clock menu more-arrow no yes mobile

Filed under:

Google's AI engine is reading 2,865 romance novels to be more conversational

New, 7 comments

Unconditional Love, Ignited, Fatal Desire, and Jacked Up are in one bot's library

Tom - (Flickr)

The next time someone throws you shade for pulling out a steamy romance novel on the train or bus, just tell them that it's okay, because Google's doing it, too. For the past few months, Google has been feeding 2,865 romance novels into an artificial intelligence engine to help loosen it up — linguistically at least, BuzzFeed reports.

Google hopes steamy reads will make its bots more conversational

The goal is to make the Google app — known for its stiff, factual style — more conversational. "It would be much more satisfying to ask Google questions if it really understood the nuances of what you were asking for, and could reply in a more natural and familiar way," Andrew Dai, the Google engineer running the project, wrote in an email to The Verge. "It's like how you'd rather ask a friend about what do to in a vacation spot instead of calling their visitor center..."

Jason Freidenfelds, a senior communications manager at Google, told The Verge that currently the Google app only has the capability to learn and understand basic questions. If you ask it, "When was the Eiffel Tower built?" it can tell you. And if you follow that with, "Who built it?" the bot will understand that "it" means "the Eiffel Tower." However, it lacks the ability to have more natural conversations. Dai noted in his email that "we're getting good at understanding sentiment and understanding whether a person likes something by how they describe it," but that bots aren't able to understand more subtle things, like sarcasm.

An artificial intelligence engine, also known as a neural network, is a computing system that can learn and adapt based on inputs. Understanding how to process and appropriately respond to human language is a huge challenge within artificial intelligence research. Most of Google's products rely on computers responding to human language, and so the team at Google has been feeding these steamy reads into the engine to expand its vocabulary and creative abilities. The AI system then writes sentences and compares them to those it has read, trying to get closer and closer to the style and tone of best-selling bodice rippers.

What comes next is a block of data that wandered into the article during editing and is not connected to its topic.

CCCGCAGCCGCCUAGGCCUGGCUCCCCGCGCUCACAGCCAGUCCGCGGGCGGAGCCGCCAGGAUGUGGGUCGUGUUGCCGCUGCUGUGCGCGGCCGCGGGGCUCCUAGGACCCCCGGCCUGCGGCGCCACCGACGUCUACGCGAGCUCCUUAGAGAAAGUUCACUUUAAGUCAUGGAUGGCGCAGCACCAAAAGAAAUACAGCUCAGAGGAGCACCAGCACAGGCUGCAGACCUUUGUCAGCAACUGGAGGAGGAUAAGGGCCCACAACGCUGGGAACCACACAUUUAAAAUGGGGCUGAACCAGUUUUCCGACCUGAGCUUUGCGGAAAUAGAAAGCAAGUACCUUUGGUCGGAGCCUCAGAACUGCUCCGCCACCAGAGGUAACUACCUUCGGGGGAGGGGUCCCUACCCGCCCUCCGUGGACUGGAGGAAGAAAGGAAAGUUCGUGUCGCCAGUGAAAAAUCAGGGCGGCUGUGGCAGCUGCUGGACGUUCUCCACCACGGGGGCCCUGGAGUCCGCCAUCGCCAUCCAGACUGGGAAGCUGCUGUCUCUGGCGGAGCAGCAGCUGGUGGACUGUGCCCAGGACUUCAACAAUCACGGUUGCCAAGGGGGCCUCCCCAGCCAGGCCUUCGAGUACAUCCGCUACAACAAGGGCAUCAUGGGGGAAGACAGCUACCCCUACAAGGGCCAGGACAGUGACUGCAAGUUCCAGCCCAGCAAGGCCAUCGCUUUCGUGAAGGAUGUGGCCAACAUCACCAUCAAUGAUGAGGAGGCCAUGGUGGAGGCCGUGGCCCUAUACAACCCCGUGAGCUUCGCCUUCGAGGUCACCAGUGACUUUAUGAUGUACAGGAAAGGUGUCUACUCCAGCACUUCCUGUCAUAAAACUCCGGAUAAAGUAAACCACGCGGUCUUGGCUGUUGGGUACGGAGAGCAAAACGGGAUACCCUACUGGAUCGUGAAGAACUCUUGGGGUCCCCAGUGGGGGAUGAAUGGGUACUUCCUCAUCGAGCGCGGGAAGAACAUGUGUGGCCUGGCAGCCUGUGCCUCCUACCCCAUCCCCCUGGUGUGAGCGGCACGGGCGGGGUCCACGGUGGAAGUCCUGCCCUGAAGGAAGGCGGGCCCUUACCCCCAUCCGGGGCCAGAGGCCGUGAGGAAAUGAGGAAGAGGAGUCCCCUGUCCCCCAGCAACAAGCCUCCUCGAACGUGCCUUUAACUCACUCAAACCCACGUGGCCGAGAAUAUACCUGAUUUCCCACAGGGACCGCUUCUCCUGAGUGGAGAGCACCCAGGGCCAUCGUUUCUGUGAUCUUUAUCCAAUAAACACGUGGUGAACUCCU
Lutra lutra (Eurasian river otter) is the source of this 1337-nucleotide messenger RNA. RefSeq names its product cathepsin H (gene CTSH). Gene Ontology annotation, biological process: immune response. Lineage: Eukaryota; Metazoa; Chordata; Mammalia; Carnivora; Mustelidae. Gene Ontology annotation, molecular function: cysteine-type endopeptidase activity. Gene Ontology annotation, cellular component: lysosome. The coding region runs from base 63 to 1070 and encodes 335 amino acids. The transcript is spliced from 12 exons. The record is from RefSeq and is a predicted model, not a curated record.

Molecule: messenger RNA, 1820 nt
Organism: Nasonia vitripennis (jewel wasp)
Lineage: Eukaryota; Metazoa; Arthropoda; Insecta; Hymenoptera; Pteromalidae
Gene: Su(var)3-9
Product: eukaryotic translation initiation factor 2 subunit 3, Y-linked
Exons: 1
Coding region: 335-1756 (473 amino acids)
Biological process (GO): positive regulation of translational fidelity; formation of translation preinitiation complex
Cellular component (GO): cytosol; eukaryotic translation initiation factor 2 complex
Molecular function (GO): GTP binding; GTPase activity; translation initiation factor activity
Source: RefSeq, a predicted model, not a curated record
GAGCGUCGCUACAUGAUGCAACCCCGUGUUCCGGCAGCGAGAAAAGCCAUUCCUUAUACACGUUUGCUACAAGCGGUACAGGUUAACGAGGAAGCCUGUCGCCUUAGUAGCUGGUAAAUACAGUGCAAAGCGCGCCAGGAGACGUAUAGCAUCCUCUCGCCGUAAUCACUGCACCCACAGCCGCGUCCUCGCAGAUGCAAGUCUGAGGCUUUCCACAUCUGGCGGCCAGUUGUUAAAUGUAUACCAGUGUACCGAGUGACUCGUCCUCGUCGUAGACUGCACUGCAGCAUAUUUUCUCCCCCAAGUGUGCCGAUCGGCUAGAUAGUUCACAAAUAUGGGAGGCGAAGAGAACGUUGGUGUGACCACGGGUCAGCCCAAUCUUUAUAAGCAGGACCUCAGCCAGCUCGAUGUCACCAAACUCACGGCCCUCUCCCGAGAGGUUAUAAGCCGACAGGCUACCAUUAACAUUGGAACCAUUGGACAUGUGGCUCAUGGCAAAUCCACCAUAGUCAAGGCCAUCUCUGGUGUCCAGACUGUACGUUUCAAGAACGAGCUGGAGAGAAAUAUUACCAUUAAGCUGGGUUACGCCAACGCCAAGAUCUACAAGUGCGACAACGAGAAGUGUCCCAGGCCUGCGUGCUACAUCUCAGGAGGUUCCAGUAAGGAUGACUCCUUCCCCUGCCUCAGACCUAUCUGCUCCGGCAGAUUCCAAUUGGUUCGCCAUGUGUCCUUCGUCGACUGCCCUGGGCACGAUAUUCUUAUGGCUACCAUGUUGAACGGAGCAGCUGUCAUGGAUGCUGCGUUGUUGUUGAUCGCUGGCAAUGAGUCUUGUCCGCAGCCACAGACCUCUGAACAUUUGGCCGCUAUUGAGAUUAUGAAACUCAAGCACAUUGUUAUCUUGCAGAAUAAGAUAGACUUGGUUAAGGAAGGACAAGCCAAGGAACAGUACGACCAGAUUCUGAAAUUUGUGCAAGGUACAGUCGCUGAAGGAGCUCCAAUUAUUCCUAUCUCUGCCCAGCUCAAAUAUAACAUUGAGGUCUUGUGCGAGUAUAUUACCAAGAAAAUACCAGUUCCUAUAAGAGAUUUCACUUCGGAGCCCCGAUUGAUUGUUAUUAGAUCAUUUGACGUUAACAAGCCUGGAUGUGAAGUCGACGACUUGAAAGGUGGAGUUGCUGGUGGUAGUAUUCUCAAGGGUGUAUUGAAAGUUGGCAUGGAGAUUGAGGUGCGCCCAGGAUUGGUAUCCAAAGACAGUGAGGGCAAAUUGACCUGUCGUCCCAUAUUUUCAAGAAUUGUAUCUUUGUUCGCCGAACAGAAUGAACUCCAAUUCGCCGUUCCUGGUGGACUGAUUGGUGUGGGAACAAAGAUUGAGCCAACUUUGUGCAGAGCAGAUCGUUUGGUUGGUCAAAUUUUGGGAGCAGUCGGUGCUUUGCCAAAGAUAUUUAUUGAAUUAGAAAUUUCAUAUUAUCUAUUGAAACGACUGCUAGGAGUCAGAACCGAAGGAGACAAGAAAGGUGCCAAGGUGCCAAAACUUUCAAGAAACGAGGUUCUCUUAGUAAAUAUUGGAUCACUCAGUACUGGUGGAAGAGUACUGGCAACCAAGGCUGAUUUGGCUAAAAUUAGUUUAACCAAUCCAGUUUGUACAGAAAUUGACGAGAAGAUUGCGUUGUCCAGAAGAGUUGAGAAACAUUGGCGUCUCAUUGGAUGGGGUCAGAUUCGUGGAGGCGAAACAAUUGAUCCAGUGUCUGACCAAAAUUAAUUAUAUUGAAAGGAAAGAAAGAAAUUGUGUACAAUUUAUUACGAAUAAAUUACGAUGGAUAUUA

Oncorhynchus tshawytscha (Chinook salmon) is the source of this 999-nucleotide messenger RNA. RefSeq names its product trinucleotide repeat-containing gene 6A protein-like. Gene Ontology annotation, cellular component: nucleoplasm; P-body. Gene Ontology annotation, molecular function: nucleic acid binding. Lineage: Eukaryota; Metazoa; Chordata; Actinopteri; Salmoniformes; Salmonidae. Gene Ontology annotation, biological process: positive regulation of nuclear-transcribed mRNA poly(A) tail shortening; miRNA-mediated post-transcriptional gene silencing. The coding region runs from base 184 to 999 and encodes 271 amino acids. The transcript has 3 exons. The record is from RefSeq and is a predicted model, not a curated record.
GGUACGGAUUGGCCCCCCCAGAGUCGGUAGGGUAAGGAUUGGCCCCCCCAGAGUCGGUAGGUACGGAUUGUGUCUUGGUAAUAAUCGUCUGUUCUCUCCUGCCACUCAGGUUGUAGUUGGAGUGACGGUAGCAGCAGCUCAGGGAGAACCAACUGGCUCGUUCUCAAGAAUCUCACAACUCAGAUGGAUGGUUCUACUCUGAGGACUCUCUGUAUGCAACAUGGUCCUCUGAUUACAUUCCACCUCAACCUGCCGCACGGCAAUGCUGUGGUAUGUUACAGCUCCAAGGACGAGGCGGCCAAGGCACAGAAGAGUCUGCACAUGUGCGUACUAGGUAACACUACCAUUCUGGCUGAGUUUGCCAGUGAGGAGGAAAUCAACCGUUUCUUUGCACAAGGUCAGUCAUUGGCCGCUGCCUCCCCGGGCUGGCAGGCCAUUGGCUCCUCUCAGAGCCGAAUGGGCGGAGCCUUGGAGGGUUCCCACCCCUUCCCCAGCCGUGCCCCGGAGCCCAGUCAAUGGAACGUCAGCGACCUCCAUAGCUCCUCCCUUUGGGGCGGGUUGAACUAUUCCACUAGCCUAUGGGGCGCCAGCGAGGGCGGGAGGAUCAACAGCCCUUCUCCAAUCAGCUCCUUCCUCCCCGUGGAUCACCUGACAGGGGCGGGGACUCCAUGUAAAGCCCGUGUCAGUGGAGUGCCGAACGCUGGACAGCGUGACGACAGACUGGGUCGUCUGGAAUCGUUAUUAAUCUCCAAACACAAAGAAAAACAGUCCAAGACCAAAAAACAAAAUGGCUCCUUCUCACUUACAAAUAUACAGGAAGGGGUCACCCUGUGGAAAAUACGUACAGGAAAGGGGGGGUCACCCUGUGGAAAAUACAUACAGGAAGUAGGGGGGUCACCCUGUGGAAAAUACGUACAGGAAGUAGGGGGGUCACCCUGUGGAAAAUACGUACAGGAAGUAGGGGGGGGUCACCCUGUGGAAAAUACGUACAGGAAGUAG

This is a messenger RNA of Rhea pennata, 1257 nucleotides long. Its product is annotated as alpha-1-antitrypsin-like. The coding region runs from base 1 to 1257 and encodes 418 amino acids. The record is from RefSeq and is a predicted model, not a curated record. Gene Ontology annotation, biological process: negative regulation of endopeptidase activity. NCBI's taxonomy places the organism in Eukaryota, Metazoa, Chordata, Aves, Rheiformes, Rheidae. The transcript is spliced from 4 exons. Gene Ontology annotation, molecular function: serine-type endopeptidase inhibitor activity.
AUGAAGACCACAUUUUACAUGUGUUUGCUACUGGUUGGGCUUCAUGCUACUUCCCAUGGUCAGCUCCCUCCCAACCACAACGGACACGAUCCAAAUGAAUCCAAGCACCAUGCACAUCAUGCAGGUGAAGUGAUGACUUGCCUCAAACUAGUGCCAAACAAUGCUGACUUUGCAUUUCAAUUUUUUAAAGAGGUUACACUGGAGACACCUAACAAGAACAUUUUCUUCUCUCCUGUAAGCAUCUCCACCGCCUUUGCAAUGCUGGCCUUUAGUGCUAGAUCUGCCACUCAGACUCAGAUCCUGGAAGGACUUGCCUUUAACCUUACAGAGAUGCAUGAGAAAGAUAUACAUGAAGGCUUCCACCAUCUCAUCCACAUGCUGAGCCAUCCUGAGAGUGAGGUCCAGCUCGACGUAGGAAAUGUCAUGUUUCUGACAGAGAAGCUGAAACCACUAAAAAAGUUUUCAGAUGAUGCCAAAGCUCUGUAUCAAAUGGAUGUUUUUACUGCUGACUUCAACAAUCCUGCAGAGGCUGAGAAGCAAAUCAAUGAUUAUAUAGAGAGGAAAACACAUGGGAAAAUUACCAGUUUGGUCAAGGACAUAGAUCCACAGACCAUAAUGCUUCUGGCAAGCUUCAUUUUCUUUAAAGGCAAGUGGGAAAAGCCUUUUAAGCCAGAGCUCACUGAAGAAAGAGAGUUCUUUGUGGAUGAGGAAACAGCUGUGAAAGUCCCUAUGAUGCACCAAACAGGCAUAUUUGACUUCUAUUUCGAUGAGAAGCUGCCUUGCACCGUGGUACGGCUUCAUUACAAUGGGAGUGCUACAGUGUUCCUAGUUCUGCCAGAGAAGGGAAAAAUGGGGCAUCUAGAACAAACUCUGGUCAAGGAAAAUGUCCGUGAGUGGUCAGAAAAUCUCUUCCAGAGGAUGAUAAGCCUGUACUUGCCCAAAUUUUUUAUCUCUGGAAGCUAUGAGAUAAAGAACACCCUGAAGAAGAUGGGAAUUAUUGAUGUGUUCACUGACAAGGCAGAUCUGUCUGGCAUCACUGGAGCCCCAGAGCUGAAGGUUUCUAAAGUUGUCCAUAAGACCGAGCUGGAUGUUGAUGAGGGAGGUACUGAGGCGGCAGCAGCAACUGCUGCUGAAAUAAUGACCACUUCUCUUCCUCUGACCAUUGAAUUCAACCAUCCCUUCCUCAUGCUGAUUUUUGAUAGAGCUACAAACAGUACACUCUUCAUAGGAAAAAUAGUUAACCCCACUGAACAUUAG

While children's books might seem like a natural choice to teach AI systems how to improve their ability to work with human languages, Freidenfelds noted that romance novels are better. They tend to follow similar plot lines and themes, but use a wide range of vocabulary to express those ideas.

The ultimate goal of this exercise isn't for the Google app to start getting fresh with users. Dai and his team simply hope that the AI engine will become more conversational, thus providing a better user experience. The same system could be used to improve Google Inbox's "Smart Reply" feature.